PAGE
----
Is there some reason the shrink ray isn’t hitting restaurants, too? I’d definitely prefer to get smaller portions for the same price when I eat out as opposed to the current trend of getting the same (already too-large) portions for more $$$.

  53. punkrawka says:

    @FrankTheTank: Consumerist has done stories about that, at least with deceptive laundry detergent cups that prod you to use more than necessary. It’s all part of the same practice.

  54. azntg says:

    @Corporate-Shill: You’ve said that a gazillion times. I’ve agreed with that statement a gazillion times.

    I think the general concensus (though it’s not unilateral, make no mistake) that many of us would rather see price going up rather (which is a clearly visible and noticeable change) rather than containers secretly shrinking (which many mfgs. have taken great pains to avoid disclosing or make obvious) and ultimately misleading us on a price per unit basis.

    Hence, I believe the Consumerist has a good point to be on this crusade to expose the grocery shrink ray.

  55. britne says:

    uhh… the yoplait whips were always 4oz, and the regulars 6oz.
    air or not, the chocolate mousse one is *damn* good.

  56. somuch says:

    @bobfromboston: gotta defend myself here:
    a) The yogurt from the store comes in some sort of container no matter what size you buy—->
    b) Yogurt is a lunchbox mainstay in my family —->
    c) If I take the yogurt out of large container, transfer to small container, there is still only a 75% chance that I will be able to reuse that small container (thrown away by pre-schoolers, crushed in backpacks, lost at the office, etc.—->
    d) what have we gained by buying in large containers? (besides that large containers come with lids)

    Also, my environmental halo is untarnishable:
    Our family:
    does not own a car
    does not fly (we take a car trip once a year for vacation)
    lives in an apartment building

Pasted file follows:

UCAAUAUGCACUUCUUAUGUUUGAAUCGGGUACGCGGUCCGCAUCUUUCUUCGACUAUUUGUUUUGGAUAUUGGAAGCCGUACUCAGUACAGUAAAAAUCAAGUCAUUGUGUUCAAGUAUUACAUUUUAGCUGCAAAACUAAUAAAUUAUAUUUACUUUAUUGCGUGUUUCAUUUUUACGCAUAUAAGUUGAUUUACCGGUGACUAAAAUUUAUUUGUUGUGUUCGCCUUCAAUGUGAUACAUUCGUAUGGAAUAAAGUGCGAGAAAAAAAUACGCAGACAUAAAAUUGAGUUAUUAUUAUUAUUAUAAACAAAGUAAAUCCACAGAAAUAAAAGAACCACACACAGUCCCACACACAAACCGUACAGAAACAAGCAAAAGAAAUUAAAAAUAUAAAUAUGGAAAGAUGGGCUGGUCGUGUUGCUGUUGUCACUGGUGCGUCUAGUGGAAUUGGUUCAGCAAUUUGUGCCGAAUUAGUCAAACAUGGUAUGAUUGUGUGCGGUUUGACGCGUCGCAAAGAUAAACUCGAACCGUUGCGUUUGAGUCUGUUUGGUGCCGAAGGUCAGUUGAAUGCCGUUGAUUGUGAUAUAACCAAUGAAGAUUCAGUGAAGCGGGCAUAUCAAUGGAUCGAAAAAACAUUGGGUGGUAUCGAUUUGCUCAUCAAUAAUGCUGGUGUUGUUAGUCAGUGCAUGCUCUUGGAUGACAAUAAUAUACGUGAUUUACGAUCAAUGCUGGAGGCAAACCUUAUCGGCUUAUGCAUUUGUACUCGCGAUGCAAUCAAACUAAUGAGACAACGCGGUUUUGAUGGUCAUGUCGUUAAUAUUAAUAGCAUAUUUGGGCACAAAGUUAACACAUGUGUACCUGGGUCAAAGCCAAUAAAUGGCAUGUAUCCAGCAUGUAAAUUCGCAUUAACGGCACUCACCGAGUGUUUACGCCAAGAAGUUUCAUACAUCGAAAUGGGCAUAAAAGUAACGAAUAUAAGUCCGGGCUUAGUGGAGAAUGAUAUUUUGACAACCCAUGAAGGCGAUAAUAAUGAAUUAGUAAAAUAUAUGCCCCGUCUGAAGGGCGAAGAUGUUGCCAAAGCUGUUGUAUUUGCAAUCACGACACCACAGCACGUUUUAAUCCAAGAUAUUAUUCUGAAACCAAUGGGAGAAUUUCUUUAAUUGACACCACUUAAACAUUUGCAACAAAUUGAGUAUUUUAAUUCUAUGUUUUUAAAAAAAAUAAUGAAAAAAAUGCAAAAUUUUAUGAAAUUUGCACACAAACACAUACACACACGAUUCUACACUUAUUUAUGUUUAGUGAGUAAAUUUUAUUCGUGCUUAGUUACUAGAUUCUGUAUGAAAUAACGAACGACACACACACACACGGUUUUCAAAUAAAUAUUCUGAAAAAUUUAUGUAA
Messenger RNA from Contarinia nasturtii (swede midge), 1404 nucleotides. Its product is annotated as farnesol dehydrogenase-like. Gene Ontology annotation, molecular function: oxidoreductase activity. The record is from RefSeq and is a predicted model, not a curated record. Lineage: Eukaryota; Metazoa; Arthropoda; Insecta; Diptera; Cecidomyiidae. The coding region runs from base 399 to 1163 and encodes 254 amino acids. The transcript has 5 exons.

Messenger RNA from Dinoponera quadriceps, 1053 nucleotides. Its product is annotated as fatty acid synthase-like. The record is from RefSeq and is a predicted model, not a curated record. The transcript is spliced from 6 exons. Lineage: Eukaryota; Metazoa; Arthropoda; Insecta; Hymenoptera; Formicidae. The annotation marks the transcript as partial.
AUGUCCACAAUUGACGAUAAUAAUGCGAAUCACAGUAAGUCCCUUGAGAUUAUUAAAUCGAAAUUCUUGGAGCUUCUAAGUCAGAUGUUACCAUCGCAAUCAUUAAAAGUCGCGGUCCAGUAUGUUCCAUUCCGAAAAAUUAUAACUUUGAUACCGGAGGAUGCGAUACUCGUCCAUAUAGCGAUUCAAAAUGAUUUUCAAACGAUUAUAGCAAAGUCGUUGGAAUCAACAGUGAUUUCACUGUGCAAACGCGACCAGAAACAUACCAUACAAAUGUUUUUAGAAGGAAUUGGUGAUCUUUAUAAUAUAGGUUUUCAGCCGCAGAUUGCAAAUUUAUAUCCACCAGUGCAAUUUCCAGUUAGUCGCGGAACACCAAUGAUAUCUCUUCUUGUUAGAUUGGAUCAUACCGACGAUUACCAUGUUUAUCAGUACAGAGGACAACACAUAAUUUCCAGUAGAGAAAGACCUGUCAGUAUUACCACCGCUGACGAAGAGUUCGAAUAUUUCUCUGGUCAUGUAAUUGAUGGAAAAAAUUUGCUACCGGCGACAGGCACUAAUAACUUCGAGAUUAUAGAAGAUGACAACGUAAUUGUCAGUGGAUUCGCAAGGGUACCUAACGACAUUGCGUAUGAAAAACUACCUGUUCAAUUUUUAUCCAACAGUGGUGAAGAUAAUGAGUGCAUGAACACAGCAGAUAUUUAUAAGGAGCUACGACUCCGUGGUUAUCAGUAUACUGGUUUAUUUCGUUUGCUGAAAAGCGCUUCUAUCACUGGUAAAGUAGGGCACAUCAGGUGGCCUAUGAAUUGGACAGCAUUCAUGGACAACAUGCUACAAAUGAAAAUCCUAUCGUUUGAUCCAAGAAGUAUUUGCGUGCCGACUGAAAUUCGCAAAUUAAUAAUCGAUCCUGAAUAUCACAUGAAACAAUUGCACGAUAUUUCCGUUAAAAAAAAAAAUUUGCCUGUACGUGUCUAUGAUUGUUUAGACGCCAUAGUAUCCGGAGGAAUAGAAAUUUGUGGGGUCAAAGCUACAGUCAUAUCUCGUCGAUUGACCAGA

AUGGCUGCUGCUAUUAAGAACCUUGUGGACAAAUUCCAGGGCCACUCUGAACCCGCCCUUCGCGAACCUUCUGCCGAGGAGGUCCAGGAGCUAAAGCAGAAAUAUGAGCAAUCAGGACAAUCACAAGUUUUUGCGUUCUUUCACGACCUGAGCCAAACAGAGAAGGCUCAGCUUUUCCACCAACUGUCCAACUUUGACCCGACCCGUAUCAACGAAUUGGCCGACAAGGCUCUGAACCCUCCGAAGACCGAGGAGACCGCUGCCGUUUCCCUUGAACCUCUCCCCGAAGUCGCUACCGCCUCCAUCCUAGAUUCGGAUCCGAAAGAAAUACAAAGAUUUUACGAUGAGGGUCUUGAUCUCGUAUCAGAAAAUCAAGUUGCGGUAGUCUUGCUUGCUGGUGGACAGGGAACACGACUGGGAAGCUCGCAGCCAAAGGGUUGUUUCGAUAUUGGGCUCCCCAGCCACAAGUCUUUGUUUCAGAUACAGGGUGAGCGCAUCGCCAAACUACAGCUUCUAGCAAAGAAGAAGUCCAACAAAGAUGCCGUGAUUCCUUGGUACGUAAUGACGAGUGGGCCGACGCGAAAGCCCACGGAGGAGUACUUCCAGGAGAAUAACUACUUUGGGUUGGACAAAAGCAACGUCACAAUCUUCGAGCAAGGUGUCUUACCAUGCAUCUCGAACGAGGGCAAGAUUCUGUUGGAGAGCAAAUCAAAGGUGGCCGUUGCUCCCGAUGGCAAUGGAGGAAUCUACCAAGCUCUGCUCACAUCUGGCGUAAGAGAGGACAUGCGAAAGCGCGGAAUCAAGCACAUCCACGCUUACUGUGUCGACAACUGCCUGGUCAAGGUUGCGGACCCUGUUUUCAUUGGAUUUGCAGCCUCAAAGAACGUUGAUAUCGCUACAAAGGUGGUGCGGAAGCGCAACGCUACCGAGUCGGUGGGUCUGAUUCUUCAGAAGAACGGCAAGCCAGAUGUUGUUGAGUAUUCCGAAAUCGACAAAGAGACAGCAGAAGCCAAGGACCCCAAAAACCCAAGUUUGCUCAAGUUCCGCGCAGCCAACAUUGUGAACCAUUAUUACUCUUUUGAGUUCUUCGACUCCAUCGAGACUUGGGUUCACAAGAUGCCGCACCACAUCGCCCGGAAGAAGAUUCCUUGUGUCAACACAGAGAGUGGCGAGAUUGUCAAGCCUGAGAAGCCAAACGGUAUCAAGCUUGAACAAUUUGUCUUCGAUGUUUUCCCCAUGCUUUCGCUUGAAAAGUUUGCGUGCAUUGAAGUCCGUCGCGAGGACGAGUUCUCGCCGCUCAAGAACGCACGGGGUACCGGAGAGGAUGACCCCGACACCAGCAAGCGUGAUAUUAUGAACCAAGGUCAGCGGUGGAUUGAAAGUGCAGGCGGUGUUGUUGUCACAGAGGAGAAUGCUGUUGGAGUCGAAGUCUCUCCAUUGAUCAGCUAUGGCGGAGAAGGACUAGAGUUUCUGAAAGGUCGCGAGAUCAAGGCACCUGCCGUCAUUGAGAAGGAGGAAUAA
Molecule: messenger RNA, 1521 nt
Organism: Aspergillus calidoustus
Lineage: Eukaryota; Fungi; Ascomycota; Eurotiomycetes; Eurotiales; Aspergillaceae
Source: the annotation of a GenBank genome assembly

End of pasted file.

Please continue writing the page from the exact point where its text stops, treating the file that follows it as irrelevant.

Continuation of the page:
and uses cloth diapers

    We are far from perfect (faint hum of air conditioner…)
    but I feel really, really comfortable wanting an 8 oz. Stonyfield yogurt with a cap. ‘kay?

    (this comment should be read with the lightheartedness with which it was written– not sanctimony.)

  57. Boy, that’s the ultimate in sneakiness!

  58. @AD8BC: i can second that. Whips is like mousse. Also it’s very tasty, and it weighs less than a regular yogurt of the same volume. Always has. This is not another strike of the shrink-ray.

  59. @dh86sj: beat me to it.

  60. notallcompaniesareevil says:

    @Sidecutter:

    I’m fairly sure yogurt sizes are measured as fluid ounces, not weight ounces.

    Right next to the ounces measurement is grams, which is mass.@Applekid:

    Still though, false bottoms are pretty sleazy. They should just make the whole thing smaller and save some plastic and shipping costs (like those square milk jugs)

    Yes, they are sleazy. I wonder if in this case the indentations actually make them easier to stack? The top of one fits inside the bottom of another?@AaronZ:

    And the Yoplait ‘Whips’ shown in the pic are like 50% air to begin with.
    95 cents for 2 ounces of actual substance? Screw that.

    Read closely. The units are of mass, not volume.

  61. @Sidecutter: If it were Fluid Ounces it would say Fluid Ounces, like this: “8 FL OZ”. It’s not, and it doesn’t.

  62. @TeraGram: Marketing idea for those of you planning on trying this with your kids: “It will be just like Coldstone only with yogurt! Choose any 2 Mix-Ins.”
    /Calling the Reese’s Pieces.

  63. notallcompaniesareevil says:

    One thing that irks me is the snarky attitude some editors take with their writing, but it only makes them look uninformed:

    these two containers look the same. Why does one have 6 ounces and the other have 4?